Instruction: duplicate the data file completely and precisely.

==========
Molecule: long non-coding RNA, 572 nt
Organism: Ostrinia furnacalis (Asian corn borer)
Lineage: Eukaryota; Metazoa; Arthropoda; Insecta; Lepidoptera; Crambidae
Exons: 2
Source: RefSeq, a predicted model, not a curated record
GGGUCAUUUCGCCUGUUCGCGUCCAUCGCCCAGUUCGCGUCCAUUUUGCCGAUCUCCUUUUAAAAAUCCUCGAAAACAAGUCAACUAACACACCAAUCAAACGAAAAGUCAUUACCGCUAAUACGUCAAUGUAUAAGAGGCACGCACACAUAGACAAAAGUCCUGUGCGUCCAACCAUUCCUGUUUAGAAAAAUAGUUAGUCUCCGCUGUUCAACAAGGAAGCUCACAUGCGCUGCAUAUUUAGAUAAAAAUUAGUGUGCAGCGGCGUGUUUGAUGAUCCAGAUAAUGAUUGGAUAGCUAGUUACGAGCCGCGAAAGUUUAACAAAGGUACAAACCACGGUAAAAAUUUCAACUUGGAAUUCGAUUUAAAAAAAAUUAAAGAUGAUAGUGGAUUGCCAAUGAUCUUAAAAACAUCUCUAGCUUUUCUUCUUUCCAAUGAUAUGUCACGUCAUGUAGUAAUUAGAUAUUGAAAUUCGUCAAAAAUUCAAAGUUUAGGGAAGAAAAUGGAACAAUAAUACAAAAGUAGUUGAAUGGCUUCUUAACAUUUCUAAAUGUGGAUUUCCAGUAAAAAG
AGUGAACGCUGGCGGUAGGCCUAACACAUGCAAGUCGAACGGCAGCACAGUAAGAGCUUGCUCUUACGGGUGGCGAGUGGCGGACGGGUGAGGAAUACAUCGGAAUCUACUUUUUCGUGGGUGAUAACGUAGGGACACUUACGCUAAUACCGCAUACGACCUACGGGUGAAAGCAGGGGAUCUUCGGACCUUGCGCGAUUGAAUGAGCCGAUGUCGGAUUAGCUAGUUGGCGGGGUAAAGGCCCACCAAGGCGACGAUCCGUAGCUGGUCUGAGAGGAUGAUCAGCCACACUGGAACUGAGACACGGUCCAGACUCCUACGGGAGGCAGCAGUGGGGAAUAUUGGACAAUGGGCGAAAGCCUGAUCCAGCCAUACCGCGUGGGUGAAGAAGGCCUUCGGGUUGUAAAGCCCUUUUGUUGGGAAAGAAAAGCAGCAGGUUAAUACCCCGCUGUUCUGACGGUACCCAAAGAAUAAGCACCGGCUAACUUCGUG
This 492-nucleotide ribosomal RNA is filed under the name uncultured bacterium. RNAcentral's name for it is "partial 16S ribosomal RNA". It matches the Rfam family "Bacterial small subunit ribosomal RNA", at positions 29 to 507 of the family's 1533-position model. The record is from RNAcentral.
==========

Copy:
Molecule: long non-coding RNA, 572 nt
Organism: Ostrinia furnacalis (Asian corn borer)
Lineage: Eukaryota; Metazoa; Arthropoda; Insecta; Lepidoptera; Crambidae
Exons: 2
Source: RefSeq, a predicted model, not a curated record
GGGUCAUUUCGCCUGUUCGCGUCCAUCGCCCAGUUCGCGUCCAUUUUGCCGAUCUCCUUUUAAAAAUCCUCGAAAACAAGUCAACUAACACACCAAUCAAACGAAAAGUCAUUACCGCUAAUACGUCAAUGUAUAAGAGGCACGCACACAUAGACAAAAGUCCUGUGCGUCCAACCAUUCCUGUUUAGAAAAAUAGUUAGUCUCCGCUGUUCAACAAGGAAGCUCACAUGCGCUGCAUAUUUAGAUAAAAAUUAGUGUGCAGCGGCGUGUUUGAUGAUCCAGAUAAUGAUUGGAUAGCUAGUUACGAGCCGCGAAAGUUUAACAAAGGUACAAACCACGGUAAAAAUUUCAACUUGGAAUUCGAUUUAAAAAAAAUUAAAGAUGAUAGUGGAUUGCCAAUGAUCUUAAAAACAUCUCUAGCUUUUCUUCUUUCCAAUGAUAUGUCACGUCAUGUAGUAAUUAGAUAUUGAAAUUCGUCAAAAAUUCAAAGUUUAGGGAAGAAAAUGGAACAAUAAUACAAAAGUAGUUGAAUGGCUUCUUAACAUUUCUAAAUGUGGAUUUCCAGUAAAAAG
AGUGAACGCUGGCGGUAGGCCUAACACAUGCAAGUCGAACGGCAGCACAGUAAGAGCUUGCUCUUACGGGUGGCGAGUGGCGGACGGGUGAGGAAUACAUCGGAAUCUACUUUUUCGUGGGUGAUAACGUAGGGACACUUACGCUAAUACCGCAUACGACCUACGGGUGAAAGCAGGGGAUCUUCGGACCUUGCGCGAUUGAAUGAGCCGAUGUCGGAUUAGCUAGUUGGCGGGGUAAAGGCCCACCAAGGCGACGAUCCGUAGCUGGUCUGAGAGGAUGAUCAGCCACACUGGAACUGAGACACGGUCCAGACUCCUACGGGAGGCAGCAGUGGGGAAUAUUGGACAAUGGGCGAAAGCCUGAUCCAGCCAUACCGCGUGGGUGAAGAAGGCCUUCGGGUUGUAAAGCCCUUUUGUUGGGAAAGAAAAGCAGCAGGUUAAUACCCCGCUGUUCUGACGGUACCCAAAGAAUAAGCACCGGCUAACUUCGUG
This 492-nucleotide ribosomal RNA is filed under the name uncultured bacterium. RNAcentral's name for it is "partial 16S ribosomal RNA". It matches the Rfam family "Bacterial small subunit ribosomal RNA", at positions 29 to 507 of the family's 1533-position model. The record is from RNAcentral.